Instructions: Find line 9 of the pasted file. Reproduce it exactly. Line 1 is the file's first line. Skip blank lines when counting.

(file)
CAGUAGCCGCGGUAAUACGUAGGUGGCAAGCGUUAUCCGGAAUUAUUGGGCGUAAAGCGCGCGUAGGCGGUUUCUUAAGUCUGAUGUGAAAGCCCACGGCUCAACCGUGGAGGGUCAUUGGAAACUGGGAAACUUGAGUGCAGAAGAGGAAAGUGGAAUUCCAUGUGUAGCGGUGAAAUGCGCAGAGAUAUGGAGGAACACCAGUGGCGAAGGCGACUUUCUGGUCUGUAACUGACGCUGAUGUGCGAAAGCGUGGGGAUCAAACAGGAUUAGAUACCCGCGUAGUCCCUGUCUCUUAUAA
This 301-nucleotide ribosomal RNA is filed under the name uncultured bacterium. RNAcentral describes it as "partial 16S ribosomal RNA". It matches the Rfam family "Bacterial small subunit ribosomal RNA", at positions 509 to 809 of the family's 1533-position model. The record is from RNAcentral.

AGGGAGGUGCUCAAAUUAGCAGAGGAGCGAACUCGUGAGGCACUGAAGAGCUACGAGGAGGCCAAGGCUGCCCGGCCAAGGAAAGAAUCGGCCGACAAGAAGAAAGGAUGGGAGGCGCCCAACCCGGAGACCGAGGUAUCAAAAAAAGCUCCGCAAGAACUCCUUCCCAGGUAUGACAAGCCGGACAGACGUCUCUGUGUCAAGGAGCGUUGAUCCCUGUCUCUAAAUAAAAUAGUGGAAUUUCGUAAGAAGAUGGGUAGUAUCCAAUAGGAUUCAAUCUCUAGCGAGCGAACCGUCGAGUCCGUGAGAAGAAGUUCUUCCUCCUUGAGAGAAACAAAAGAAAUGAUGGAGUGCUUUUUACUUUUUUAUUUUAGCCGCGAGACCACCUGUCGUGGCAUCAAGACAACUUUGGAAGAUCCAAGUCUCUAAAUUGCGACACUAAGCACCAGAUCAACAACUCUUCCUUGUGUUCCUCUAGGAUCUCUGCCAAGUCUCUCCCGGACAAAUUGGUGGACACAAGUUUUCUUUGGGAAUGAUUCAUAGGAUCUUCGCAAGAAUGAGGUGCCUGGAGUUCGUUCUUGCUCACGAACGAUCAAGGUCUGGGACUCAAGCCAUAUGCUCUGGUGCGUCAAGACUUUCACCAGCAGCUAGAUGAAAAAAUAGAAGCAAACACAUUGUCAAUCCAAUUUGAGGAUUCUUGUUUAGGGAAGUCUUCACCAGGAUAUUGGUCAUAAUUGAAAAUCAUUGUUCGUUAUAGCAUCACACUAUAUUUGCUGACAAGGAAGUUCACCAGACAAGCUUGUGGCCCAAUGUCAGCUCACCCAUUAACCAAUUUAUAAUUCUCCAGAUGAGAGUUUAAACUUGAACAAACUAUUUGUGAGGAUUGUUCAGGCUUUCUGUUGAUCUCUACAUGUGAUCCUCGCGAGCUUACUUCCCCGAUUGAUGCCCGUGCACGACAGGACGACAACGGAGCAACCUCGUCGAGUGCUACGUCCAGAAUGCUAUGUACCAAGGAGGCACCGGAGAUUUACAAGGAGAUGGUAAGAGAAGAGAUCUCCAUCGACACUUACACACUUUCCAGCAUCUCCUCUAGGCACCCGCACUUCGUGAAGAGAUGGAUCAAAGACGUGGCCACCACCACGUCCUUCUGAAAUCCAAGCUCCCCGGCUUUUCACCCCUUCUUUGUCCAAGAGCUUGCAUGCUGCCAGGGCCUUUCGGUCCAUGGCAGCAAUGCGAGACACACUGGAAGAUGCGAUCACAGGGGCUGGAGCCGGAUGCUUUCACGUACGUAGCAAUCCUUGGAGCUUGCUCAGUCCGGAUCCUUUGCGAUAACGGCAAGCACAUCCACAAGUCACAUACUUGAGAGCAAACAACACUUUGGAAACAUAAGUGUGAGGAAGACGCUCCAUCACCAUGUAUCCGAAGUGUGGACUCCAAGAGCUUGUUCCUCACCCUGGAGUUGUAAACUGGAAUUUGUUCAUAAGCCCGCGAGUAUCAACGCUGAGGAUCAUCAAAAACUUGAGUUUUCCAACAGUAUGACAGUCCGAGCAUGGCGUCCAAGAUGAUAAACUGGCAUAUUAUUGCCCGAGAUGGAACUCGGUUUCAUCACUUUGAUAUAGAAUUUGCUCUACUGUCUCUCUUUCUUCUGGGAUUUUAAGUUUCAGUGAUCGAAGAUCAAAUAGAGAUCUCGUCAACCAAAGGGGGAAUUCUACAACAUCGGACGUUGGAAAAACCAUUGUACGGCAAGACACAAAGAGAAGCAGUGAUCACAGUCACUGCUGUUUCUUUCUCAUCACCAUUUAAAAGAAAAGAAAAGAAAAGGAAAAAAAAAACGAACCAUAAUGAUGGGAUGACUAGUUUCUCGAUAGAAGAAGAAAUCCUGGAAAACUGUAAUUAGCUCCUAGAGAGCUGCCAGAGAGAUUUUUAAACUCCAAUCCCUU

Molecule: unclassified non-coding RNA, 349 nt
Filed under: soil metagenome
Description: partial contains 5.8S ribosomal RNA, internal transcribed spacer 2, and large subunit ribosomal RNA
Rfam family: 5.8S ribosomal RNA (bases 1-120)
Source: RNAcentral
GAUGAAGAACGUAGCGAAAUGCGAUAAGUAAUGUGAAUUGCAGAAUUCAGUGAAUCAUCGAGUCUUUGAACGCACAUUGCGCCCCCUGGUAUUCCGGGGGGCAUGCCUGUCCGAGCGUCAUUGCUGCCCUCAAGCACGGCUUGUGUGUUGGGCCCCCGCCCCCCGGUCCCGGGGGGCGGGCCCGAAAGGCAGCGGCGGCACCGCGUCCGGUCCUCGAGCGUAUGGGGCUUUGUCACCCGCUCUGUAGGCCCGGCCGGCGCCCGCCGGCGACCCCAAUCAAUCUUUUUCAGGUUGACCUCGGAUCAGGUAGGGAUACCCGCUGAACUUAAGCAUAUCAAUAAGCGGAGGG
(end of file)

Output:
GAUGAAGAACGUAGCGAAAUGCGAUAAGUAAUGUGAAUUGCAGAAUUCAGUGAAUCAUCGAGUCUUUGAACGCACAUUGCGCCCCCUGGUAUUCCGGGGGGCAUGCCUGUCCGAGCGUCAUUGCUGCCCUCAAGCACGGCUUGUGUGUUGGGCCCCCGCCCCCCGGUCCCGGGGGGCGGGCCCGAAAGGCAGCGGCGGCACCGCGUCCGGUCCUCGAGCGUAUGGGGCUUUGUCACCCGCUCUGUAGGCCCGGCCGGCGCCCGCCGGCGACCCCAAUCAAUCUUUUUCAGGUUGACCUCGGAUCAGGUAGGGAUACCCGCUGAACUUAAGCAUAUCAAUAAGCGGAGGG